The Straits Times/20 September 2017
WELLINGTON • New Zealand’s jet fuel shortage forced 39 flights to be cancelled yesterday, 13 of them international, with concerns the crisis might spread after fuel stations in the country’s largest city, Auckland, halted high-octane petrol sales.
The fuel shortage, caused by a damaged pipeline to Auckland Airport, has caused widespread disruption to air travel since the weekend and comes only days before Saturday’s national election, with infrastructure shortages a hotly contested issue.
New Zealand’s military was trucking fuel supplies around the country in a bid to ease the shortage, and government officials have been asked to avoid non-essential air travel.
Air New Zealand said yesterday it was beginning to refuel long-haul aircraft at the international airport in the capital, Wellington. Flights to and from Auckland have stopped at airports in Australia and the Pacific islands, such as Fiji, to refuel.
The airline said in a statement it was restricting its ticket sales, which it called an “unusual step”, and that it would not accept any last-minute cargo, except for important medical equipment.
New Zealand’s largest fuel supplier, Z Energy, said petrol for some high-end cars was not available at 13 of its stations in Auckland, according to a spokesman.
While air travel will continue to be affected until the pipeline is fully operational, the fuel industry has advised government that impacts on petrol and diesel supply for motorists are minimal,” said Energy and Resources Minister Judith Collins.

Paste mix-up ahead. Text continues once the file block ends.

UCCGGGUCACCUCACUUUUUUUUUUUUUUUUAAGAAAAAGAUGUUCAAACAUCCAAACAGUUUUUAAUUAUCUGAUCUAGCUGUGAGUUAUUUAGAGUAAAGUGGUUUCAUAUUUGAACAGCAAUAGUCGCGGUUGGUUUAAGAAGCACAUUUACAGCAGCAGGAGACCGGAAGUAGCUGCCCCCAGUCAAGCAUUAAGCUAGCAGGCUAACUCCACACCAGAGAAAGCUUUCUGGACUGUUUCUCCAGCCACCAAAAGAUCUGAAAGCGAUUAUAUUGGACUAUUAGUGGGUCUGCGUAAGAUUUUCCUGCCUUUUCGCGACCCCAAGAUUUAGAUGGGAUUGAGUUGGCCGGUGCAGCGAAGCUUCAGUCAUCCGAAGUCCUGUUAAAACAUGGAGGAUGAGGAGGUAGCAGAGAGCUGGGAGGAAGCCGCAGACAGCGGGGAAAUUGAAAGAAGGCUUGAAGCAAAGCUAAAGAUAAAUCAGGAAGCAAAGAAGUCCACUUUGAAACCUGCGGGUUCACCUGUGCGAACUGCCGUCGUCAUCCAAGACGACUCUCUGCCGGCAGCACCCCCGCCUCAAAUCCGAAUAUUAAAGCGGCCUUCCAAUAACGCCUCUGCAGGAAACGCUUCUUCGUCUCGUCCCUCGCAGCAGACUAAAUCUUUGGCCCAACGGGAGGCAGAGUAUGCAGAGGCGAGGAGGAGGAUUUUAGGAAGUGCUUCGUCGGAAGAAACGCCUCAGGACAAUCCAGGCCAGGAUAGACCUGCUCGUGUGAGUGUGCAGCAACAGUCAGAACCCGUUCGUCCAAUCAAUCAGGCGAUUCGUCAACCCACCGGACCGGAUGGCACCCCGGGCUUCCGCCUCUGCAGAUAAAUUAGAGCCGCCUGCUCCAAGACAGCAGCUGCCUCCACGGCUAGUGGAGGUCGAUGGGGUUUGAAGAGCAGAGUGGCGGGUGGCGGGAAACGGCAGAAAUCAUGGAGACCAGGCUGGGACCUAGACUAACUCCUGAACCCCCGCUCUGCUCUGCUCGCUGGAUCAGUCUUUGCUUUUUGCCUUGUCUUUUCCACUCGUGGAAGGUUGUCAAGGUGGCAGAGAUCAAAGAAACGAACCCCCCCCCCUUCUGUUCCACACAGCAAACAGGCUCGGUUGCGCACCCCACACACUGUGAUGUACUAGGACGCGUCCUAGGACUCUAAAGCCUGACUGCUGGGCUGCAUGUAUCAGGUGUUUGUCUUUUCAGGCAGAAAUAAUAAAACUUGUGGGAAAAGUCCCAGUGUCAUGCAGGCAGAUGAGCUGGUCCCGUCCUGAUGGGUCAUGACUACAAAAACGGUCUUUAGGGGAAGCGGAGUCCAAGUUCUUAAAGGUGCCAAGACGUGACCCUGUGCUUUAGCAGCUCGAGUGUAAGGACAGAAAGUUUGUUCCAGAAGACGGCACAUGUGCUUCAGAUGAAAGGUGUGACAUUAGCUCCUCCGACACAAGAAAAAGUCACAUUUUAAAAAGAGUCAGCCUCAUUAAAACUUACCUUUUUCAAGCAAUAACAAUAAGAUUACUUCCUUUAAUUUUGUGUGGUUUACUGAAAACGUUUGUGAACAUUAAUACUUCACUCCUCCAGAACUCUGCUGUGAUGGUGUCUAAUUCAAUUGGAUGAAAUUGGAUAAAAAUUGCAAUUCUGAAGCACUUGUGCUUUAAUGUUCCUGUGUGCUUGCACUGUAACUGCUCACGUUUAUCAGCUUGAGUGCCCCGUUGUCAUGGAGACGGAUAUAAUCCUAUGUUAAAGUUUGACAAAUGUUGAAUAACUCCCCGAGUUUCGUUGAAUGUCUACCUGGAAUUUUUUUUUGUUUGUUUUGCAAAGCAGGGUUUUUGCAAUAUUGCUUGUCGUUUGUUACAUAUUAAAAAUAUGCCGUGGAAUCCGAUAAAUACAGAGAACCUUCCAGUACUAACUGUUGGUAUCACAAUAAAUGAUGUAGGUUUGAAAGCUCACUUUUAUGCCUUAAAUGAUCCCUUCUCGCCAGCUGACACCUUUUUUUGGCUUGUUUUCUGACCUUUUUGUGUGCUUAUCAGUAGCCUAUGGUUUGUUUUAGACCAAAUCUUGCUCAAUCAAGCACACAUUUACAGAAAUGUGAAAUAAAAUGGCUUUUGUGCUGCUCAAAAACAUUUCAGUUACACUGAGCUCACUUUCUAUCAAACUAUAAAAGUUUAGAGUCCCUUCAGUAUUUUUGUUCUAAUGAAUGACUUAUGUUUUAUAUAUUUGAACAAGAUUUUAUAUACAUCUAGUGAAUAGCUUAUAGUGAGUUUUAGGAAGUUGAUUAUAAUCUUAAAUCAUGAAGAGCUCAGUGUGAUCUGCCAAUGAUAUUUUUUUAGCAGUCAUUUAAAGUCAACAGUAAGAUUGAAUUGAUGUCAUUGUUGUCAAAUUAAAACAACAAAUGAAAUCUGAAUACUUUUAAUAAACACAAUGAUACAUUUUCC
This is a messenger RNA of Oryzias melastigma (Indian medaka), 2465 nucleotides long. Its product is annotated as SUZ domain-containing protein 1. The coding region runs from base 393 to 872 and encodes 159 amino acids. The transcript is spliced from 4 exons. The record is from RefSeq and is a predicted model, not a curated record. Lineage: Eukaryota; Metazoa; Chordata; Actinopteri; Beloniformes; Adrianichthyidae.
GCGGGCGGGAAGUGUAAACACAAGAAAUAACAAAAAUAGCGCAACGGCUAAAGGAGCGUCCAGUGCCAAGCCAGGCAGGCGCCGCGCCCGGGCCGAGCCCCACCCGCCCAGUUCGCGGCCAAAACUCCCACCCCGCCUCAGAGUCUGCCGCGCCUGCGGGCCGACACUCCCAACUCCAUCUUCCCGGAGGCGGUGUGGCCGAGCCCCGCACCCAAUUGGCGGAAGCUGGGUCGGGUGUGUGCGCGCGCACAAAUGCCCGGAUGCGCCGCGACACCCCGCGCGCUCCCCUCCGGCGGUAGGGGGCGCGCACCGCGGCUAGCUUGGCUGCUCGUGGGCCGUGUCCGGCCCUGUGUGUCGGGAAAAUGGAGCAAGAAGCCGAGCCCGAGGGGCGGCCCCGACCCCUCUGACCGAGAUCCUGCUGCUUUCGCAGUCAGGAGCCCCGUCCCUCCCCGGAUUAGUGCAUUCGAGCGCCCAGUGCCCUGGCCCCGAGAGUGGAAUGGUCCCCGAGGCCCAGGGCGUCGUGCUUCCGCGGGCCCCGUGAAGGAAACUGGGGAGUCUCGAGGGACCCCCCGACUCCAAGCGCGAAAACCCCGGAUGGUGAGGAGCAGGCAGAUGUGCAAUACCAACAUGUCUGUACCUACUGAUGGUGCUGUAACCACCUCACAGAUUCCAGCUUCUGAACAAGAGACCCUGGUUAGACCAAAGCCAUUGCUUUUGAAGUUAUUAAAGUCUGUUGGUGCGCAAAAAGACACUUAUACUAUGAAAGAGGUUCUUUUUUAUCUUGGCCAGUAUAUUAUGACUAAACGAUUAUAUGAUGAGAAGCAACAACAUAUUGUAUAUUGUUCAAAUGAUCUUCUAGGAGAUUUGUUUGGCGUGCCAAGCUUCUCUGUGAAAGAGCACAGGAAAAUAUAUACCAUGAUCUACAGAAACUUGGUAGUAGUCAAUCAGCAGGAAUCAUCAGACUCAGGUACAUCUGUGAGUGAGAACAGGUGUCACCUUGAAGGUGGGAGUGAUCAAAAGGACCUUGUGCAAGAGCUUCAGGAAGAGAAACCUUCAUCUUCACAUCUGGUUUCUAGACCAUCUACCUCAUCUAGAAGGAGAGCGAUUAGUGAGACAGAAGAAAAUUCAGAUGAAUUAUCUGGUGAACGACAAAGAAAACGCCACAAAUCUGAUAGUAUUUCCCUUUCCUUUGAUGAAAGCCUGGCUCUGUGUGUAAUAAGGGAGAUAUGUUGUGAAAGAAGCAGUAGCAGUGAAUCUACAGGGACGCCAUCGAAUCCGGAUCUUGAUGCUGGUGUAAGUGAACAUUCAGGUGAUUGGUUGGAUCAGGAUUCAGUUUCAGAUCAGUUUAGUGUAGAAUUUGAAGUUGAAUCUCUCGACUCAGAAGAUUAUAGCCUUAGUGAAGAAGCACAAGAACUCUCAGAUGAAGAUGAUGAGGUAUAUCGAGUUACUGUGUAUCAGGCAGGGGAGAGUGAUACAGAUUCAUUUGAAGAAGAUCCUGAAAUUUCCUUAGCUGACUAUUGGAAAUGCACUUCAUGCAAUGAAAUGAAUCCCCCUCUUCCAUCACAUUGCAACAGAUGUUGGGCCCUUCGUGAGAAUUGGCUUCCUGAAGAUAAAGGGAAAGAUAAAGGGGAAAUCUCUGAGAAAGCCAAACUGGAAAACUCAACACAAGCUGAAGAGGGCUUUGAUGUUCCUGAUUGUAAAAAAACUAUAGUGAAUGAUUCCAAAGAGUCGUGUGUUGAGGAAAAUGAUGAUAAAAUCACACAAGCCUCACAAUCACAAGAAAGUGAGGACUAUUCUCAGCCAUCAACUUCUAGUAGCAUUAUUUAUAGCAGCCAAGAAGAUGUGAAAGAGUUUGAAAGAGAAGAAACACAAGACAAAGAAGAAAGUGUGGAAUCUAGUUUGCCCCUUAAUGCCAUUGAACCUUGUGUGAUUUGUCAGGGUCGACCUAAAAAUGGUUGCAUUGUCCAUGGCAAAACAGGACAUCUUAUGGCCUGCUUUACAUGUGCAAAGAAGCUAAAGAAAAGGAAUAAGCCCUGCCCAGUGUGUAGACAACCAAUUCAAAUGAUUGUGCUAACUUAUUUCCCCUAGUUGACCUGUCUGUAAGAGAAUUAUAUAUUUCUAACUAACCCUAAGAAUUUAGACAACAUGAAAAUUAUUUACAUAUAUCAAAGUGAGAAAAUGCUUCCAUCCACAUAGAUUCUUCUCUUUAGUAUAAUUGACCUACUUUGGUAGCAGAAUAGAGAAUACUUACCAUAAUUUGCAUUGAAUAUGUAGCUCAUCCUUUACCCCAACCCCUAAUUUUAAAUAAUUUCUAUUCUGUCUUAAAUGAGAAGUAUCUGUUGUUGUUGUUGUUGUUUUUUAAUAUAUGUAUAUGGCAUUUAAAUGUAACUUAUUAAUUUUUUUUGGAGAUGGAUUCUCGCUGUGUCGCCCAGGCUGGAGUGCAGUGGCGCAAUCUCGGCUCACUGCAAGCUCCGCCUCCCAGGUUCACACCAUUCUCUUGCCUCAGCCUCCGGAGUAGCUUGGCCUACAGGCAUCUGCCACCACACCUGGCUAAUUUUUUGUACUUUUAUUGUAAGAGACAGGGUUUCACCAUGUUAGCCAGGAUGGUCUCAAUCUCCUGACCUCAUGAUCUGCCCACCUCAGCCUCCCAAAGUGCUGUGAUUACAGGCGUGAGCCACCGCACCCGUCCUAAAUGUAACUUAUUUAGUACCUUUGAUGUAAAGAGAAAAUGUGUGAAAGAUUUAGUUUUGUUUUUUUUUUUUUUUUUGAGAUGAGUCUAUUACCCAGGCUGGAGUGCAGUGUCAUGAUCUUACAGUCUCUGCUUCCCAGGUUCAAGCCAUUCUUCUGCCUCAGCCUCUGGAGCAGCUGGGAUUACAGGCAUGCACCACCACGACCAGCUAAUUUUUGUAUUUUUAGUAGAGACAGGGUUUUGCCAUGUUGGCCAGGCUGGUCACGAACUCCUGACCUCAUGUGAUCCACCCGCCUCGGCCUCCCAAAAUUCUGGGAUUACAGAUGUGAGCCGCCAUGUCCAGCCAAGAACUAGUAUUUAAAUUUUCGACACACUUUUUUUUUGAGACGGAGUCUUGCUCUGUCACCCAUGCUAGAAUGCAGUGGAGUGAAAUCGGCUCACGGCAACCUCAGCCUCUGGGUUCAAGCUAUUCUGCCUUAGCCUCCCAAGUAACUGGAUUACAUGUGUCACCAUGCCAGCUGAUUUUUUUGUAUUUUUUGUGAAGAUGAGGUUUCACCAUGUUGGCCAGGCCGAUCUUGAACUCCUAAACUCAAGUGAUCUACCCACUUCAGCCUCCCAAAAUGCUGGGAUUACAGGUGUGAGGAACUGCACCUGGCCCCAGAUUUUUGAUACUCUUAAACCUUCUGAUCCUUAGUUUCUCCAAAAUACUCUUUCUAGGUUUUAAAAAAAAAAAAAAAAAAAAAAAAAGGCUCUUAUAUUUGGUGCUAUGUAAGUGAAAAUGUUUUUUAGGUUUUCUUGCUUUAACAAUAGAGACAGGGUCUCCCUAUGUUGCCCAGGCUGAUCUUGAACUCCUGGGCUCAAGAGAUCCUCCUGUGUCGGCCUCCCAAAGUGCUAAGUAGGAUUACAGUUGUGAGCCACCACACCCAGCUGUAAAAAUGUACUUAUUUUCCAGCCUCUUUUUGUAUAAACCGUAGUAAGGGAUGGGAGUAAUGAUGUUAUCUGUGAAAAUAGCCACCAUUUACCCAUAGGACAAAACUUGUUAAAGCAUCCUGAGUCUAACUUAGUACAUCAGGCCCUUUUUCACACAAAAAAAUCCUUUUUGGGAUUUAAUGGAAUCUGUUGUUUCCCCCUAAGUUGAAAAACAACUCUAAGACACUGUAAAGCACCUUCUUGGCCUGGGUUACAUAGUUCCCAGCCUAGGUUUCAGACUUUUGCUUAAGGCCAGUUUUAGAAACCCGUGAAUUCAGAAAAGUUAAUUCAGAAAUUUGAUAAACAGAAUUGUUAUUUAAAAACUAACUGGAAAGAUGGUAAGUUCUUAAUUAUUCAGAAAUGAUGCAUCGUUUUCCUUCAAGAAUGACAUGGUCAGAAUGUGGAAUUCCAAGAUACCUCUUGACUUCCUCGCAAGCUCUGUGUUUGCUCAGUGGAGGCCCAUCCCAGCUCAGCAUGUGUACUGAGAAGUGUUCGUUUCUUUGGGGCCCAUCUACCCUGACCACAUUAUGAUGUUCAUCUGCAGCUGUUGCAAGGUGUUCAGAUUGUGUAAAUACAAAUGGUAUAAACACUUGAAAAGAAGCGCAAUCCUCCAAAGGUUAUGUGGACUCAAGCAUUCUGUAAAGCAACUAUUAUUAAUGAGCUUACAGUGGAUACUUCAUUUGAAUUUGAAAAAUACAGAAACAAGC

The government has come under criticism for what has been deemed an infrastructure failure as it faces a tight contest with the newly invigorated Labour Party.
One pipeline, one digger and New Zealand grinds to a halt.
NEW ZEALAND OPPOSITION LEADER JACINDA ARDERN”
The damaged pipeline is owned by Refining NZ, and the company has told local media that initial investigations showed a digger had scraped the pipe.
“The fact that one digger can cause our international travel to be ground to a halt shows how vulnerable that infrastructure was, and the national government ignored that,” Labour leader Jacinda Ardern said on Monday.
New Zealand’s air traffic control provider Airways said on its website that it was implementing fuel conservation measures, which involve organising airplane landings and take-offs in such a way as to minimise the amount of time they spend in the air to save fuel. It expects up to 10 days of disruptions to passengers.
A spokesman for Refining NZ told Reuters on Monday that the pipeline was closed for repairs and was expected to return to 70 per cent capacity by Sept 24 to 26.
News Source: The Straits Times